The next term, the word analytical, this is a word like adept, but analytical is more about looking at a critiqued thing that calculates whether you should take it seriously or not. You know what the thing is and what it’s for, but being analytical towards it means judging it in a way that you can comprehend additional specifics about it, forming your external. What does it mean? is an analytical question that you might have about your object or scenario.
You would be analytical concluding that your problem works at all levels.
Next is creativity, a lovely word, for I feel I am creative, as would many bloggers regard themselves. Creativity is reworking an established idea and making it yours. It goes on constantly.
Like, back to film, when a successful film franchise follows up with a sequel, or a reboot, that’s an instance of creativity that is often quite impressive. As with, say, the 1978 horror film Halloween, directed by John Carpenter, when two years later in 1980 the sequel Halloween II came out, again starring famed actress Jamie Lee Curtis, the film continued the story of the first movie by showing a lot more of what happened later that Halloween night, when the mad masked murderer had returned, (ghastly!). However, John Carpenter was no longer directing the film.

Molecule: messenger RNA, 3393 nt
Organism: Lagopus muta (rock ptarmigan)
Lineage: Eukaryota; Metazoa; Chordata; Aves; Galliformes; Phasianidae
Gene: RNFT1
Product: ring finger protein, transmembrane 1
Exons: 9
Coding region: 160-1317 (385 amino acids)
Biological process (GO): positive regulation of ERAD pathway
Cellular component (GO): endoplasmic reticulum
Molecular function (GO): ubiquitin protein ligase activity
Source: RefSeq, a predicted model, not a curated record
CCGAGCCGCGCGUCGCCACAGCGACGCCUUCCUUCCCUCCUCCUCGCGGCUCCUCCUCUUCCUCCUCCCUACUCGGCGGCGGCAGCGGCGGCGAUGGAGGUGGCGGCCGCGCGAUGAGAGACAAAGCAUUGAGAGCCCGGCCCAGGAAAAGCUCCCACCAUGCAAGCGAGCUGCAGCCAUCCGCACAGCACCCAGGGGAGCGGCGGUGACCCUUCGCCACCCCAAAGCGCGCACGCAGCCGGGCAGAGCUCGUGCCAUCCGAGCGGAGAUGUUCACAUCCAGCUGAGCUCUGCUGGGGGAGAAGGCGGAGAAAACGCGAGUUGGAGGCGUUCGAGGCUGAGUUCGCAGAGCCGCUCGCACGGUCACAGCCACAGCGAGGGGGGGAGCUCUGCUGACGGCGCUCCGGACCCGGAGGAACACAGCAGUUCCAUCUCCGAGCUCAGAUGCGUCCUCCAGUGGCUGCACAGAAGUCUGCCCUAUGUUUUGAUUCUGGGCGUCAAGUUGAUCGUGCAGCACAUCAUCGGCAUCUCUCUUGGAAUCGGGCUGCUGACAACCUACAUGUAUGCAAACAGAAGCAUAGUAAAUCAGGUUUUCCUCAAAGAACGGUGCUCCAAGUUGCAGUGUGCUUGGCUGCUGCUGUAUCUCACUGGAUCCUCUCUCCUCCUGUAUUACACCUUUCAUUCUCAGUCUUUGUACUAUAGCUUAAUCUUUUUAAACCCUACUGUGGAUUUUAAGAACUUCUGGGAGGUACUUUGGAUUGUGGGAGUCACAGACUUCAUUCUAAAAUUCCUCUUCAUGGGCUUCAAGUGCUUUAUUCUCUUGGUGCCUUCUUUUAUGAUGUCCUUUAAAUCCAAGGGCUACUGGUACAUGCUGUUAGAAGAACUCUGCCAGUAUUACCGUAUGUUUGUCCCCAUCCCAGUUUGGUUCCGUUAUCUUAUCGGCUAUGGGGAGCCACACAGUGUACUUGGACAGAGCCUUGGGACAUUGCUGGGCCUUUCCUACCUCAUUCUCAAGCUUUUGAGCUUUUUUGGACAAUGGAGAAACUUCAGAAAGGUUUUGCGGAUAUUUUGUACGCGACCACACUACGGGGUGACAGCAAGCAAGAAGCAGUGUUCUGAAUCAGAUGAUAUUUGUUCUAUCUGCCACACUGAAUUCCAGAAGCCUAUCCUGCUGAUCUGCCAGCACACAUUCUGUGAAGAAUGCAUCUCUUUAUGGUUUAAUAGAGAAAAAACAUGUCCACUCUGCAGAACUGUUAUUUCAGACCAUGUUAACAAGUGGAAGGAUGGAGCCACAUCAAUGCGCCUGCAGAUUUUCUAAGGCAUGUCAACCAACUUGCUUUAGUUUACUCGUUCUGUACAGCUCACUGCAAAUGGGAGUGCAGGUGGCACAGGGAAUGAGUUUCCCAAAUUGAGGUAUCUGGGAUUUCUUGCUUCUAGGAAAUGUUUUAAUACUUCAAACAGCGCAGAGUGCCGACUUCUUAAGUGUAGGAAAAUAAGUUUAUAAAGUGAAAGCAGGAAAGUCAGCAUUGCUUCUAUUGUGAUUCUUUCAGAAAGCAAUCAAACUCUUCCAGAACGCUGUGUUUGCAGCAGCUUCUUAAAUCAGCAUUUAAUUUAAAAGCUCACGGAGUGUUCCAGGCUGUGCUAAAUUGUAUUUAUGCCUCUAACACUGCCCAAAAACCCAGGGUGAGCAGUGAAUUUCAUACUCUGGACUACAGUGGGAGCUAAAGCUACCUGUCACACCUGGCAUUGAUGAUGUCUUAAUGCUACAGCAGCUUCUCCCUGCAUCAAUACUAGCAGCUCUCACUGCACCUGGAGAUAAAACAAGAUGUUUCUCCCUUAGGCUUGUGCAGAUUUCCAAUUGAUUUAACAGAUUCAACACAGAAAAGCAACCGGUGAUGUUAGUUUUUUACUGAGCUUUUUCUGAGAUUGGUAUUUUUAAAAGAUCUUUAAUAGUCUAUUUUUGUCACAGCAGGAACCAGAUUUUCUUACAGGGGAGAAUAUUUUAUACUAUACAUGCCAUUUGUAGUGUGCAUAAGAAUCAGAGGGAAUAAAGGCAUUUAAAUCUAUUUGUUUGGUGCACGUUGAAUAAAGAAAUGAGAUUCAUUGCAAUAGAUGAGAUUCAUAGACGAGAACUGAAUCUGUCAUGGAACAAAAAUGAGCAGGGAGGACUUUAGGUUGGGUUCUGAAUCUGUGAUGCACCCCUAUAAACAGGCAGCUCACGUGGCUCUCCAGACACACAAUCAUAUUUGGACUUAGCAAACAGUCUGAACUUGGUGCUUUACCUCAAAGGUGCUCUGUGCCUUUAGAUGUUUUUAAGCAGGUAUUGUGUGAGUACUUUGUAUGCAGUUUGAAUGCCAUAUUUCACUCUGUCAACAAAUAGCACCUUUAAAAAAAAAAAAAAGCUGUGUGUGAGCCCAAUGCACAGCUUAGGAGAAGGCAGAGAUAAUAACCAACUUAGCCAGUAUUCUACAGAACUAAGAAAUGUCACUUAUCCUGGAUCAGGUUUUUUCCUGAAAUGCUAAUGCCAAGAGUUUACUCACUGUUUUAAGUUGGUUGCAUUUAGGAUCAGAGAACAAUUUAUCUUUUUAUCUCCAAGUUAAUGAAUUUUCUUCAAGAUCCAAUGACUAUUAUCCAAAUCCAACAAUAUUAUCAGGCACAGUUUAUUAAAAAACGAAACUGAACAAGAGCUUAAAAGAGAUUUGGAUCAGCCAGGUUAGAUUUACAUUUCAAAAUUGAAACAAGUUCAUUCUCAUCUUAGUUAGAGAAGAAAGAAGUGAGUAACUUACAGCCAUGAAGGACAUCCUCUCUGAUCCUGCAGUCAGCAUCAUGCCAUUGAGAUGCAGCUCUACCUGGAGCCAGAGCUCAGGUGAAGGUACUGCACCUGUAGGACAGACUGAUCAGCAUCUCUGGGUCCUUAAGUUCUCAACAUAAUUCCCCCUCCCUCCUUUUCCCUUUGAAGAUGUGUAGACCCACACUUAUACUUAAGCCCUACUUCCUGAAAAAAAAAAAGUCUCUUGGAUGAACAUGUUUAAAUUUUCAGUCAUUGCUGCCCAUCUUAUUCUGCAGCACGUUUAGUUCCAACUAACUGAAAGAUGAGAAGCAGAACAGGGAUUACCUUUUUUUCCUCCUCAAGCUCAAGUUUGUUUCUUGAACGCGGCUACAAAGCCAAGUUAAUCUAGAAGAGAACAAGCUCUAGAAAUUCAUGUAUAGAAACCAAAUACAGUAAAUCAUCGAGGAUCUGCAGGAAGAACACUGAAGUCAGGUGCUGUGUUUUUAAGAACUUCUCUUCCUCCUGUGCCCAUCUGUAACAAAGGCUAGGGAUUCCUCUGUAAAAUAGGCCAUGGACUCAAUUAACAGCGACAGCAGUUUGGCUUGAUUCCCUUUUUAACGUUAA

Do you like horror films?
Halloween II has the same characters and the same locale and a continuation of the plot of the first film, all interesting for fans of the first movie, just with the point that somebody else is now directing. That’s the creative part, in this example.
Next, Yahoo! repeats the phrase critical thinking. I mean that Yahoo! includes critical thinking among the terms for critical thinking, which begs the question, Yahoo!. I interpreted that as meaning that critical thinking refers here to the overall level of ability the interpreter brings to the noun being thought through critically. It is having the skill to return to thinking critically, in a manner that applies other additional criteria.